Armenia: never-ending political instability

Armenia: never-ending political instability

After eccentric ex-journalist Nikol Pashinyan came to power in Yerevan, becoming the leader of the Armenian revolution by a twist of fate, the situation in the smallest and poorest republic of the South Caucasus remains unpredictable. A number of external and internal factors indicate that, despite a predicted confident victory of Pashinyan’s 'My Step' bloc in the upcoming parliamentary elections, the internal political situation in the country will remain turbulent in the foreseeable future.

With regard to aspects of Pashinyan’s foreign policy in the first seven months of his rule, we should note the emerging negative trends in relations with the country's allies in the CSTO - Belarus, Kazakhstan and Russia. Under Pashinyan, the relations with Astana, and especially with Minsk, were sharply aggravated by the CSTO Secretary General issue. Armenia, probably in the very near future, will finally lose this post due to the imprudent policy of the Armenian revolutionary leader, who placed his internal political interests above the image of the Russian military bloc. Moreover, the overt challenge of young and inexperienced in international affairs Pashinyan to the heavyweights of the post-Soviet politics - Lukashenko and Nazarbayev - risks reducing the level of interaction in the CSTO and EEU. This is evidenced by Pashinyan’s de facto refusal to attend the Eurasian Intergovernmental Council on November 27 in Minsk. The acting Armenian Prime Minister's supporters, who are still in a revolutionary euphoric state, consider this to be a "strong diplomatic move," but in fact, by doing this, Yerevan brings further discredit on itself in the eyes of its still allies.

In relations with Russia, Pashinyan and his appointees are much more cautious, since they realize the critical degree of the country's dependence on military and economic support from Moscow. But even in relations with the Kremlin, the new Armenian authorities take "liberties," strange for the Russian side. For example, shortly after Pashinyan came to power, he sharply said that Russia should adapt to the new realities in Armenia. The Armenian President's advisor Tevan Poghosyan already admits that Armenia may decide to withdraw from the CSTO, if it corresponds to the interests of the country. It is noteworthy that Pogosyan made this statement against the background of the crisis in the organization provoked by Armenia. At the same time, Nikol Pashinyan declared an amnesty for Sasna Tsrer terrorists, who oppose the Russian "colonial policy". Zhirayr Sefilyan, the most furious opponent of the Russian presence in Armenia, was granted a citizenship by the acting Prime Minister.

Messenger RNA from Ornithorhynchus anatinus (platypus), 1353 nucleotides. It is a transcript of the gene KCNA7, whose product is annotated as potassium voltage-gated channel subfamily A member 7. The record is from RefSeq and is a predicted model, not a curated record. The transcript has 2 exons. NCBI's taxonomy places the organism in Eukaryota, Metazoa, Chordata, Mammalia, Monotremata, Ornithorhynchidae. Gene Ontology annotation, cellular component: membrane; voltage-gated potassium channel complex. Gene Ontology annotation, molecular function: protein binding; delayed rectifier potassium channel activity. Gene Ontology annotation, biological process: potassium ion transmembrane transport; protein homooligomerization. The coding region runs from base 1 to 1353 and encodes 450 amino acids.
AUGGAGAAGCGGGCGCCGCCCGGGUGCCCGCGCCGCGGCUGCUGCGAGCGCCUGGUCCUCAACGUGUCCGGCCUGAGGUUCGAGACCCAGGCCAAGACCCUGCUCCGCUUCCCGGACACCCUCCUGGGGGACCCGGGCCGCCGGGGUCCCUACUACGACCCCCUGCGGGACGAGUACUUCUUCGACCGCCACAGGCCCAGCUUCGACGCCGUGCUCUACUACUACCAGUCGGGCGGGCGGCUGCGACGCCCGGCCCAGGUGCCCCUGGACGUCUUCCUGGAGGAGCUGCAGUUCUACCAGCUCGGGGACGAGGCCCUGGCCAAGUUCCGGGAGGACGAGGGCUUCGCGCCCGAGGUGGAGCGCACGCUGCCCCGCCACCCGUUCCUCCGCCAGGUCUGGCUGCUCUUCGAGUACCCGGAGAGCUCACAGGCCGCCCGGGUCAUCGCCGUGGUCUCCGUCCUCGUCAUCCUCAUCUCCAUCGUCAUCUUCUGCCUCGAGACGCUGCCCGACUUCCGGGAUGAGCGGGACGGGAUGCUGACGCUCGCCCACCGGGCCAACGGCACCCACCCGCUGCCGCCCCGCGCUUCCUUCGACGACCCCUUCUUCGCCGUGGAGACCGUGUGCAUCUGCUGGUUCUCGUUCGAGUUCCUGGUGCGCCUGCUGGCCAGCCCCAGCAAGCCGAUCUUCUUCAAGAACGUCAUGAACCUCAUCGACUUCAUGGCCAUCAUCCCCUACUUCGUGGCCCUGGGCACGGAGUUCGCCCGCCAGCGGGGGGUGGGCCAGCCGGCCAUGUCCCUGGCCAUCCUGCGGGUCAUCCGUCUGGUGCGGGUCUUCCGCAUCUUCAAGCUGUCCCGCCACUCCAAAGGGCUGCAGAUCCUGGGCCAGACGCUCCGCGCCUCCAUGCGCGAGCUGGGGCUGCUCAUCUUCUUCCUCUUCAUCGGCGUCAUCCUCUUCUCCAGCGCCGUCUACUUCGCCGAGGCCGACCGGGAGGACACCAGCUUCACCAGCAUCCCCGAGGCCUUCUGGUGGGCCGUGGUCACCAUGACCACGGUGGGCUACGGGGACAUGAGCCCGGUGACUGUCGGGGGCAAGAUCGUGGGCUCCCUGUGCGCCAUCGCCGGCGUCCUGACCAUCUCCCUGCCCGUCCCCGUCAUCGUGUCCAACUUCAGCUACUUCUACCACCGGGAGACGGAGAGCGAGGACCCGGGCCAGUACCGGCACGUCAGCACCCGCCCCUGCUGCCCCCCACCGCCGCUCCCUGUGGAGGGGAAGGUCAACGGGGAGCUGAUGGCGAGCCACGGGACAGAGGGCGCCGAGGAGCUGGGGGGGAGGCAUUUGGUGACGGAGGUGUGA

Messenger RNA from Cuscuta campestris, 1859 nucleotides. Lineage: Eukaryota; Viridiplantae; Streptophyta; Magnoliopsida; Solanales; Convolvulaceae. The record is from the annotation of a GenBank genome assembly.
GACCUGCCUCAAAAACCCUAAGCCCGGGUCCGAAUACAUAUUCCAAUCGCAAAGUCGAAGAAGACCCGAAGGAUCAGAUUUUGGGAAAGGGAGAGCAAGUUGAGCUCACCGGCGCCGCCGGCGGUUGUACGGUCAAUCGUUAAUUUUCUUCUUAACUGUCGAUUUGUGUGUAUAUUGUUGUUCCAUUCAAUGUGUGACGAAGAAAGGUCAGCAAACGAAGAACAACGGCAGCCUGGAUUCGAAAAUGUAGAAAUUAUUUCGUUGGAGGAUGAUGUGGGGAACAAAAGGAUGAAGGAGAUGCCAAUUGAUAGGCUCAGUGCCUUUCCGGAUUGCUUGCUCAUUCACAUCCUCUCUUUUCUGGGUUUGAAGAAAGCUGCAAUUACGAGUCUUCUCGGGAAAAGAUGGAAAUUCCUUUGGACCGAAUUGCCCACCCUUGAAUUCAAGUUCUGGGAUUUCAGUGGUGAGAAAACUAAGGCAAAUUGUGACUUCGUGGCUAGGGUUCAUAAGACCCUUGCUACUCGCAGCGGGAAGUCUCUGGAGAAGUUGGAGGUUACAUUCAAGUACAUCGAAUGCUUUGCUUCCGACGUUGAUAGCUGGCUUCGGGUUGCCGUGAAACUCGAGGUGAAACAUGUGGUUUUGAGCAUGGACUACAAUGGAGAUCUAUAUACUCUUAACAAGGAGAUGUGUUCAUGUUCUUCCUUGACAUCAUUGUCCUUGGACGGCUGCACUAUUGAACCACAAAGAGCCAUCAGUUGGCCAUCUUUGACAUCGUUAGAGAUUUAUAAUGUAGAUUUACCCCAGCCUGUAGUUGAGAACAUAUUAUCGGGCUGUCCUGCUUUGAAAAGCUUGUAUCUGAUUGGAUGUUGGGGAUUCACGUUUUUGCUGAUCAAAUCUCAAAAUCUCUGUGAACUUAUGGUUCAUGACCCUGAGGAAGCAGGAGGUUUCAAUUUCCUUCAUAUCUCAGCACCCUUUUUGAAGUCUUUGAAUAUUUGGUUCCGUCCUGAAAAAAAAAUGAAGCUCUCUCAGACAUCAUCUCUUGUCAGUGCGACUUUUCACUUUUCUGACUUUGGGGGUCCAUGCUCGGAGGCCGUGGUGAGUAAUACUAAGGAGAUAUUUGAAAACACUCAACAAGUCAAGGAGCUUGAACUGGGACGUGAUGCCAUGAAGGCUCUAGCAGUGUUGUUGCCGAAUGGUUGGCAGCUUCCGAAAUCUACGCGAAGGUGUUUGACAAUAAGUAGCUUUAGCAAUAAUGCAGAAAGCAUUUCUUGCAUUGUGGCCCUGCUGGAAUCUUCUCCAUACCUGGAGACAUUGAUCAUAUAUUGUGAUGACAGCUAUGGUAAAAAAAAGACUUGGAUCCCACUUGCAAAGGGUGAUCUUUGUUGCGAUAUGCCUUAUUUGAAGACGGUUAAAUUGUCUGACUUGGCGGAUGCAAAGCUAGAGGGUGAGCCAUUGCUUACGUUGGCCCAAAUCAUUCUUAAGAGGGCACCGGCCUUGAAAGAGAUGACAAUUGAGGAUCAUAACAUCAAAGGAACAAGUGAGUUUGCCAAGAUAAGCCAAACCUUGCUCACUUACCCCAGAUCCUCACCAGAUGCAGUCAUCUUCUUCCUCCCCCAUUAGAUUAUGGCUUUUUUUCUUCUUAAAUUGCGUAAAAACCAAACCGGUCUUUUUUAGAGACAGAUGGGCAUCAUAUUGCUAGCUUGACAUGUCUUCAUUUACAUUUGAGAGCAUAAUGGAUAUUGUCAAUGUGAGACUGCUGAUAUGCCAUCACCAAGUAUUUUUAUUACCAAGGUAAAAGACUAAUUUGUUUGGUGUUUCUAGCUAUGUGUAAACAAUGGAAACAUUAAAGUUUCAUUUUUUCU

Moreover, Pashinyan created the conditions for Sasna Tsrer, who killed police officers and breaking an ATM on the territory of the seized police station, to form a full-fledged party and take part in early elections. The group's leader Lebanese-born Armenian Jirair Sefilyan, in turn, threatens to sweep away the existing separatist authorities in Nagorno-Karabakh, as a result of which the unrecognized entity's leader Bako Sahakyan rushed to Moscow. Sasna Tsrer, which recently swore allegiance to the "people's PM," have started to contradict him. While Pashinyan declares unconditional support for the ruling Nagorno-Karabakh regime, Sefilyan demands his early resignation. If Pashinyan expects that a practically "hand-raised" parliament, elected on December 9, will complete the full term, then Sefilyan insists on holding new elections in two years. Time will tel whether this is a pre-agreed game between them or the first signs of the coming conflict. It is only clear that the presence of terrorists on the country's political scene does not contribute to stabilizing the domestic political situation.